Another particularly powerful lobby that I have had from many respected people relates to what I would call the "vets alone" parts of the Bill. Particularly the early parts of the Bill give powers to veterinary surgeons to carry out duties relating to deer which others feel should not be confined to vets. I have had to give another undertaking, which I am greatly looking forward to honouring, to meet the Institute of Biology and all the scientists and others who are so skilled in deer research immediately after Second Reading to see how we can extend the powers confined to vets to skilled scientists who spend almost all their lives in deer research.
My own view is that to confine these powers, which occur in many parts of the Bill, to vets alone is to make the legislation too narrow. I hope that we shall be able to hammer out a suitable agreement to extend those provisions to others. In preparing an additional class of persons who will be able to grant licences for experimentation on deer, I hope that the NERC will father and scrutinise the list that I have in mind.
We have to work out the details. It would be wrong to call the committee that I want to establish a "vetting committee". It would be a committee of scrutiny, which I hope would permit every sensible applicant who is concerned with the welfare of deer to be included without destroying the purposes of the Bill and would allow his present research to continue.
I have dealt with the two main points, but a number of other points have been put to me by people in different parts of the country. I did not have time to tell the House earlier, but I tell it now, that the Bill applies only to England, Wales and Northern Ireland and not to Scotland—partly because some of its provisions are already effective in Scotland. However, I have been approached by a number of Scottish representatives who strongly support the Bill with a request that part II, relating to the establishment of a venison register, should apply to Scotland as well. I hope that consultations can take place on that matter.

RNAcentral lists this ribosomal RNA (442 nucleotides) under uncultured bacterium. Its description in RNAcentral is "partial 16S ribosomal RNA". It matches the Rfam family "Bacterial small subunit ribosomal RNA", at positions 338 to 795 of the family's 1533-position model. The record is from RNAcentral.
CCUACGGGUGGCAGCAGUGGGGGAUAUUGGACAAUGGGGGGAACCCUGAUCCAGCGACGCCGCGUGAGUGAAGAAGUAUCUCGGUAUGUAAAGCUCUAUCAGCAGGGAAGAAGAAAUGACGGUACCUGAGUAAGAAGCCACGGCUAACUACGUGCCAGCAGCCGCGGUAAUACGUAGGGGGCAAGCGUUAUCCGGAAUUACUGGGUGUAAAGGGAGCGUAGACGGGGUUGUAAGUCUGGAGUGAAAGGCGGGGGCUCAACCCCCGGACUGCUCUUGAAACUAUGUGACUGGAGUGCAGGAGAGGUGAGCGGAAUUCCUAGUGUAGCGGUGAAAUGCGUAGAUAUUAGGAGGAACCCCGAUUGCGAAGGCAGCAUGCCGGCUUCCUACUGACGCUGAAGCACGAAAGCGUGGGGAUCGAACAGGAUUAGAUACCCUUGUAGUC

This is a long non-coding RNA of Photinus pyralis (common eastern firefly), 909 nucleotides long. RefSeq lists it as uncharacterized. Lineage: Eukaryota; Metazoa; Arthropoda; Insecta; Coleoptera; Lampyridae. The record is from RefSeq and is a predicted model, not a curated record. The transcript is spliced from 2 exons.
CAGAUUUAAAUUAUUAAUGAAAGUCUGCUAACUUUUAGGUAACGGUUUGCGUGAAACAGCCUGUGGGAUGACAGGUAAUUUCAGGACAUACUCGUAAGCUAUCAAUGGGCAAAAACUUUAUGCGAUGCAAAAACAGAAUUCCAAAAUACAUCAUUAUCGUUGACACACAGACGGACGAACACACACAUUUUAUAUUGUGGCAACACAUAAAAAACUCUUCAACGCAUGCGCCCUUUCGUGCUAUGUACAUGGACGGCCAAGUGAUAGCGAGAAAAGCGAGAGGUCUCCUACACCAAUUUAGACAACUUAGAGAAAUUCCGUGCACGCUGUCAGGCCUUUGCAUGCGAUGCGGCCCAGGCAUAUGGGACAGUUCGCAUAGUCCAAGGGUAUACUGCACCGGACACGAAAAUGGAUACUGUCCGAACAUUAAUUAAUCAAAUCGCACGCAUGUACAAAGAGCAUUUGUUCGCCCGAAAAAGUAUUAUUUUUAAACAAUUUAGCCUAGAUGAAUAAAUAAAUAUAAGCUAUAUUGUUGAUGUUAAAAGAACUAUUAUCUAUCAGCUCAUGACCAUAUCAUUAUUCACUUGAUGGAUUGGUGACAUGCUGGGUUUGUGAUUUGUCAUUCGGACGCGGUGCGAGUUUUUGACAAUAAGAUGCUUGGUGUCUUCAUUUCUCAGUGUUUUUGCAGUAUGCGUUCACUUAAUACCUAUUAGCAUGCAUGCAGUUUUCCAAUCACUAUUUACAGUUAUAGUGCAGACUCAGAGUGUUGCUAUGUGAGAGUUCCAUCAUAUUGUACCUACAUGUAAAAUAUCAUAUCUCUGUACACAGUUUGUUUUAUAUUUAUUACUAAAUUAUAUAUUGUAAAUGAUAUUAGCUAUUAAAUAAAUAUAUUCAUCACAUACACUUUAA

I have also been approached by those who would like to see permitted under very strict conditions the legal use of crossbows for firing tranquillising darts at deer in certain circumstances. I have made it clear that provided the purpose of my Bill is not destroyed—that is, to strengthen the law against deer poaching—we shall be happy to work out a compromise so that those who have to tranquillise deer for scientific or veterinary purposes can legally do so.